Reds survive shaky ninth to end slide

Reds survive shaky ninth vs. Cubs

CINCINNATI -- A two-run lead in Reds closer Francisco Cordero's capable hands usually means handshakes and high-fives are imminent.

Instead of going the smooth express route, Cordero took his team and 20,289 fans at Great American Ball Park on a fingers-on-the-dashboard type of ride. Yet all that mattered in the end was that he secured Cincinnati's 5-3 win over the Cubs that snapped a miserable five-game losing streak.

"We needed that one badly," Reds manager Dusty Baker said.

After Johnny Cueto pitched six innings for the victory and snapped a five-game winless streak of his own, Mike Lincoln and David Weathers bridged the gap with scoreless one-inning efforts in the seventh and eighth.

Then it was Cordero's turn to emerge from the bullpen for his first save situation in one week.

"It was rough, but at the same time, it was good. In the end, we got the 'W,'" Cordero said.

Leadoff batter Mike Fontenot and Felix Pie started the Chicago rally with a pair of lined singles to left field. Both were rockets that were well-hit. Pinch-hitter Daryle Ward hit a long fly to center field for the first out.

Struggling with his command, Cordero threw three two-strike sliders in the dirt to Alfonso Soriano, the final one for ball four that loaded the bases. A large pro-Cubs contingent shouted with excitement while the remaining Reds faithful hung on to their seats.

Facing Ryan Theriot, Cordero threw another slider in the dirt that was blocked by Paul Bako. As the ball rolled right of Bako towards the Reds dugout, Fontenot broke for home. Bako retrieved the ball quickly and threw a dart to Cordero, who alertly covered the play.

Fontenot was tagged out by Cordero as he slid into home.

"The play of the day was when Cordero covered home plate and Bako threw a strike," Baker said. "Boy, that's how you script it. That's how you practice it at Spring Training."

Theriot walked and loaded the bases for the second time in the inning as Derrek Lee came to the plate.

"You've got the bottom of the order up and you say, 'You have to get five guys before Derrek Lee comes up,'" Baker said. "That's exactly what happened. I was saying to myself, 'Derrek Lee did it for me. I've seen him do it for a long time.' I said, 'Just keep him in the hole.' Then he was on deck. Then I said, 'Keep him on deck.' Next thing you know, big [6-foot-6] Derrek Lee was at the plate in a situation where you just hate to see him."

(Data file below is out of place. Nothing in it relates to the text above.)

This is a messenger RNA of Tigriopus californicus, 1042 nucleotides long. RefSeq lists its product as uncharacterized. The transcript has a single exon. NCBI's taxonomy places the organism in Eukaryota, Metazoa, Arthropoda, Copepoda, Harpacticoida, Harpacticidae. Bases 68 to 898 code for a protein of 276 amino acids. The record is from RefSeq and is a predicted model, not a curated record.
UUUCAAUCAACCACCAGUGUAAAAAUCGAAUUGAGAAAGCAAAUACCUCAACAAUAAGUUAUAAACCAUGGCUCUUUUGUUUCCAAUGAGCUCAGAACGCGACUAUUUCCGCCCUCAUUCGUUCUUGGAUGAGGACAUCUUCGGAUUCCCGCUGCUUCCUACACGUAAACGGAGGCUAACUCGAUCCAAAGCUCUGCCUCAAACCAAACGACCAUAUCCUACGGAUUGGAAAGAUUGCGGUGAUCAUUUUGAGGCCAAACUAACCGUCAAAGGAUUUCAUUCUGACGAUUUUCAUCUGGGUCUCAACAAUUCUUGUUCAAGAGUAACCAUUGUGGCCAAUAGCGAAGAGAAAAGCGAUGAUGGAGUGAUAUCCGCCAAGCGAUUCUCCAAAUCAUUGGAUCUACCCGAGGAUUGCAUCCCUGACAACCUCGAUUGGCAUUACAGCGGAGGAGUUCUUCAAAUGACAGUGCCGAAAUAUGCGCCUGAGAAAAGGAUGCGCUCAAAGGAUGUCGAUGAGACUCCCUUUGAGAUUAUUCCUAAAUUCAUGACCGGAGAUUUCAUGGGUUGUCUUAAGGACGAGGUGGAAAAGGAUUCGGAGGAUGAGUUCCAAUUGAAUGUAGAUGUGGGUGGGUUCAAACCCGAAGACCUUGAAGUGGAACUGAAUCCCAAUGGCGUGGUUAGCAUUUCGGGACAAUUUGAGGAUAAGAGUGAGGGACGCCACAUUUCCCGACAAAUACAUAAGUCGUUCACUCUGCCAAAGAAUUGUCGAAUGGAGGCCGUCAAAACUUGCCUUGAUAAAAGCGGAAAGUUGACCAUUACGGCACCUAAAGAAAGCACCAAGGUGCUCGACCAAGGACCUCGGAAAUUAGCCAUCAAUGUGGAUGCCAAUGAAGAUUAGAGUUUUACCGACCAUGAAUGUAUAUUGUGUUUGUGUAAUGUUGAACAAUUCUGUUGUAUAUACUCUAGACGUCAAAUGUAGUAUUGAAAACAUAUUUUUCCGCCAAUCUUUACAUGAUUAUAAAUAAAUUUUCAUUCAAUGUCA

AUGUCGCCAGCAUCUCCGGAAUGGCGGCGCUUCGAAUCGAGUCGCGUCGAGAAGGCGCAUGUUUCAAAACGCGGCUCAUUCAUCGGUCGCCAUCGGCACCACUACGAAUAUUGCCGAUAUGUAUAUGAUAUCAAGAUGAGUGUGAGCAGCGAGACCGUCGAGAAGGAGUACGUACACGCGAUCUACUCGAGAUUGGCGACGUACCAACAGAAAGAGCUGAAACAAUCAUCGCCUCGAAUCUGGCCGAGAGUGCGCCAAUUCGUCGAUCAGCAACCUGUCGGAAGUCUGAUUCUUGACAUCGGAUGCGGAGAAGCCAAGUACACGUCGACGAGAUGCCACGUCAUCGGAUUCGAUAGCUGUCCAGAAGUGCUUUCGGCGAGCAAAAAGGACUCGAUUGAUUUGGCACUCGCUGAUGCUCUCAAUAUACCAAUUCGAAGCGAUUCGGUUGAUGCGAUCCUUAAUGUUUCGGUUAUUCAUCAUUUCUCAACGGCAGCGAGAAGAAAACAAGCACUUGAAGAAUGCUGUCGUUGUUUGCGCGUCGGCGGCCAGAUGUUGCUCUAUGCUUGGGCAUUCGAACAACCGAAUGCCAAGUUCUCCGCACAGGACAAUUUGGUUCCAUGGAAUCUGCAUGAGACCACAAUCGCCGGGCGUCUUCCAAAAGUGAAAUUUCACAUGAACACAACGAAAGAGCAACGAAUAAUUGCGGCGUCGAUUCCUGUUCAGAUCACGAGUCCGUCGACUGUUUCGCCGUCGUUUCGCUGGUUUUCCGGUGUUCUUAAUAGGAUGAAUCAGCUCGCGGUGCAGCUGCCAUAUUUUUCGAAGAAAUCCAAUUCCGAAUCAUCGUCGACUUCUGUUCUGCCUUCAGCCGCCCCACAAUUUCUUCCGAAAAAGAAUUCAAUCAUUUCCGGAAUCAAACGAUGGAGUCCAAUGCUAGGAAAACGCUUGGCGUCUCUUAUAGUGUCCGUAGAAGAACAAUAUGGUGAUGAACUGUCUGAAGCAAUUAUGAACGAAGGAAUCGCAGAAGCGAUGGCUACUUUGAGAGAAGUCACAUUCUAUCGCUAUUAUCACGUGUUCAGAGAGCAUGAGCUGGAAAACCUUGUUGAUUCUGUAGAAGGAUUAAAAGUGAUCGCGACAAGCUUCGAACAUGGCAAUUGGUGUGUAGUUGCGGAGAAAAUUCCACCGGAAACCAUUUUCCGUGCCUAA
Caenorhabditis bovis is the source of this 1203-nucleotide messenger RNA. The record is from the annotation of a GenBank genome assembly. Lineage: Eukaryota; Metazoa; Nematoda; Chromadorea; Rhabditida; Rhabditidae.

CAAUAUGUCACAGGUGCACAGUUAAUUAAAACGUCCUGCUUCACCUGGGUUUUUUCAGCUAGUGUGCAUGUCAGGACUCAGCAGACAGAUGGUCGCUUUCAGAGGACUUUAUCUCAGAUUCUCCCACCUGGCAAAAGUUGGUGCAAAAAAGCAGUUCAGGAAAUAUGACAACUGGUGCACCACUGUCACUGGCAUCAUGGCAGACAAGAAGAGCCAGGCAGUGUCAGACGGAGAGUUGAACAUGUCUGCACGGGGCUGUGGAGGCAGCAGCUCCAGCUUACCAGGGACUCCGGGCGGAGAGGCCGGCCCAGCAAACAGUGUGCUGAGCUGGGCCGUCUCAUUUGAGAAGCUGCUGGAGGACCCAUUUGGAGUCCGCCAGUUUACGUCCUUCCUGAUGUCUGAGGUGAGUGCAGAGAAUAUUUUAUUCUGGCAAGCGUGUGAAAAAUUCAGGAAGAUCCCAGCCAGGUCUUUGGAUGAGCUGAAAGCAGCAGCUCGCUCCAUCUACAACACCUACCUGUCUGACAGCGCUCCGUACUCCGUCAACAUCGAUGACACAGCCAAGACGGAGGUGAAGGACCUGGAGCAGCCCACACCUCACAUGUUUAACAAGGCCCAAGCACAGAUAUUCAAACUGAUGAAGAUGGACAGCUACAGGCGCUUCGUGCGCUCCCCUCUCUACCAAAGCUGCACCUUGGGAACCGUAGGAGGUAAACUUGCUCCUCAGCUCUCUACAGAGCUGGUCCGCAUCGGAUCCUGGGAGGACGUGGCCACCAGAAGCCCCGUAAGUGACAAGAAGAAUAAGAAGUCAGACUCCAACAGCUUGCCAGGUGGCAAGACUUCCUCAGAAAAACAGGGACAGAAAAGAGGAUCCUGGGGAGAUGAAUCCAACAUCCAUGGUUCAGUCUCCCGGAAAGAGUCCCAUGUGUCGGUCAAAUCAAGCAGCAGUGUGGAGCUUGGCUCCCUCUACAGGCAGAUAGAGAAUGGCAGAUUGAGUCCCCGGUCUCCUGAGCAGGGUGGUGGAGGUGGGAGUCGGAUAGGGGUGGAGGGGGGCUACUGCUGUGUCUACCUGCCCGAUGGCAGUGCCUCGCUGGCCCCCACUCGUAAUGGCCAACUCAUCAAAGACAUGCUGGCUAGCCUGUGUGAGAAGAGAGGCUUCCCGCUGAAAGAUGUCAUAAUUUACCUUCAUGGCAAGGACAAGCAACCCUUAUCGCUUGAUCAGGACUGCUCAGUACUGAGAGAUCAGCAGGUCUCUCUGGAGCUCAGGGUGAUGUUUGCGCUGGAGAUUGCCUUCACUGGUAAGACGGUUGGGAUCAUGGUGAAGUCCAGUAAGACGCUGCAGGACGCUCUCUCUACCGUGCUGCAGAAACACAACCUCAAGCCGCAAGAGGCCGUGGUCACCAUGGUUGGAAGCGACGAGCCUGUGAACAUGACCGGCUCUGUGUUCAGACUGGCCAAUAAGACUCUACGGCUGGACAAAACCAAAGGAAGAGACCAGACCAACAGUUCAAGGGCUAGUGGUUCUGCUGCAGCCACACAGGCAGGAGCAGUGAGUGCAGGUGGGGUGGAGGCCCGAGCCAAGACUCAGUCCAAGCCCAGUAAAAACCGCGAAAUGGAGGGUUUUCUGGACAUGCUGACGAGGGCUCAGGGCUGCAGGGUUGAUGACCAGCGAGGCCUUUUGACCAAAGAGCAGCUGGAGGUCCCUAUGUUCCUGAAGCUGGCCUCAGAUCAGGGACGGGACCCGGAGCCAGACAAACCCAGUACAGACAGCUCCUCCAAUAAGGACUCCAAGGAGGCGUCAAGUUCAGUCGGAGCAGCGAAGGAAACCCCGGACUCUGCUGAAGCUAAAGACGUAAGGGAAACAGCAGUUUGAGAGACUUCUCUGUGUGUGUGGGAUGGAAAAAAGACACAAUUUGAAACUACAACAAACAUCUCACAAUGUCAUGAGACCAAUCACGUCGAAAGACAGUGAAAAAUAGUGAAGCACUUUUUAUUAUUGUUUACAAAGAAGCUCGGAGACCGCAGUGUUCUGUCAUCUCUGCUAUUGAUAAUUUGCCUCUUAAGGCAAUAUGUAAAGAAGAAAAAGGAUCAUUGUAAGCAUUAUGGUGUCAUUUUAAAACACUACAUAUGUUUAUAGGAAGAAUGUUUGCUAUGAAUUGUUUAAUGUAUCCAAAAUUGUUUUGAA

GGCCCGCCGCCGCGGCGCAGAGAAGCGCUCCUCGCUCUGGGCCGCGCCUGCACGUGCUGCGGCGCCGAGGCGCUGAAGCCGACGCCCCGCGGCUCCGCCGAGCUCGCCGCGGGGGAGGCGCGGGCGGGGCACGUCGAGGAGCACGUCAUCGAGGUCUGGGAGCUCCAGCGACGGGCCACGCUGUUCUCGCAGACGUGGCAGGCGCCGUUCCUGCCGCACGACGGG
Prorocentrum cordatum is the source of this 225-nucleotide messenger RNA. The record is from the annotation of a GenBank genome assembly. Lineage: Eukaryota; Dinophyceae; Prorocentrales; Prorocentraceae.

On a 1-2 pitch, Lee grounded to first baseman Joey Votto, who was playing way back on the dirt. It was a race to first base, but Votto won as he slid into first base for the final out.

Exhale, Reds dugout.

"You're trying to be cool. Inside you're churning," Baker said. "That would have been a devastating loss."

With five saves in only five opportunities this season, Cordero doesn't plan on making the rest of them that exciting.

"If I get the chance [Tuesday], it will be different. I promise you that," Cordero said. "I'll make better pitches. I know my slider is going to work [Tuesday]. It looked like a split-fingered [fastball] today."

"It doesn't matter. Smile," said left fielder Adam Dunn, peering around Cordero's locker. Dunn's 463-foot two-run home run to right field in the third inning proved to be the difference maker.

Cueto (2-3), who came in 0-3 with a 7.48 ERA over his last four starts, was much better than his 1 2/3-inning outing in his previous start. After some one-on-one sessions last week with instructor and mentor Mario Soto, who came up from the Dominican Republic, Cueto allowed three earned runs and six hits with two walks and eight strikeouts.

"You could tell tonight he was focused," Baker said. [But] he threw a lot of pitches in a short period of time."

Cueto threw 108 pitches in six innings and received a hug from Baker when he came to the dugout after the sixth. It wasn't an even performance. Cueto threw a lot of pitches and made some mistakes. With one out in the second, Geovany Soto was given a 1-1 fastball over the plate and crushed it into the left-field seats for a 430-foot solo homer. There were two outs in the fifth when Cueto gave up Theriot's RBI double and Lee's RBI single to make it a two-run game.

Fortunately, the Reds had built a 5-1 pad for Cueto, even if all of the runs against Cubs starter Ryan Dempster (4-1) were unearned.

After one-out infield singles by Ken Griffey Jr. and Brandon Phillips, Fontenot booted Votto's would-be double-play grounder to second base for an error that loaded the bases. Dempster walked Edwin Encarnacion and forced in a run.

Jeff Keppinger's two-out, two-run broken-bat single into shallow right-center field made it a 3-0 game. Dunn's long ball made it a four-run Reds lead.

"It feels so good to get that monkey off your back to win that game," Baker said.

Mark Sheldon is a reporter for This story was not subject to the approval of Major League Baseball or its clubs.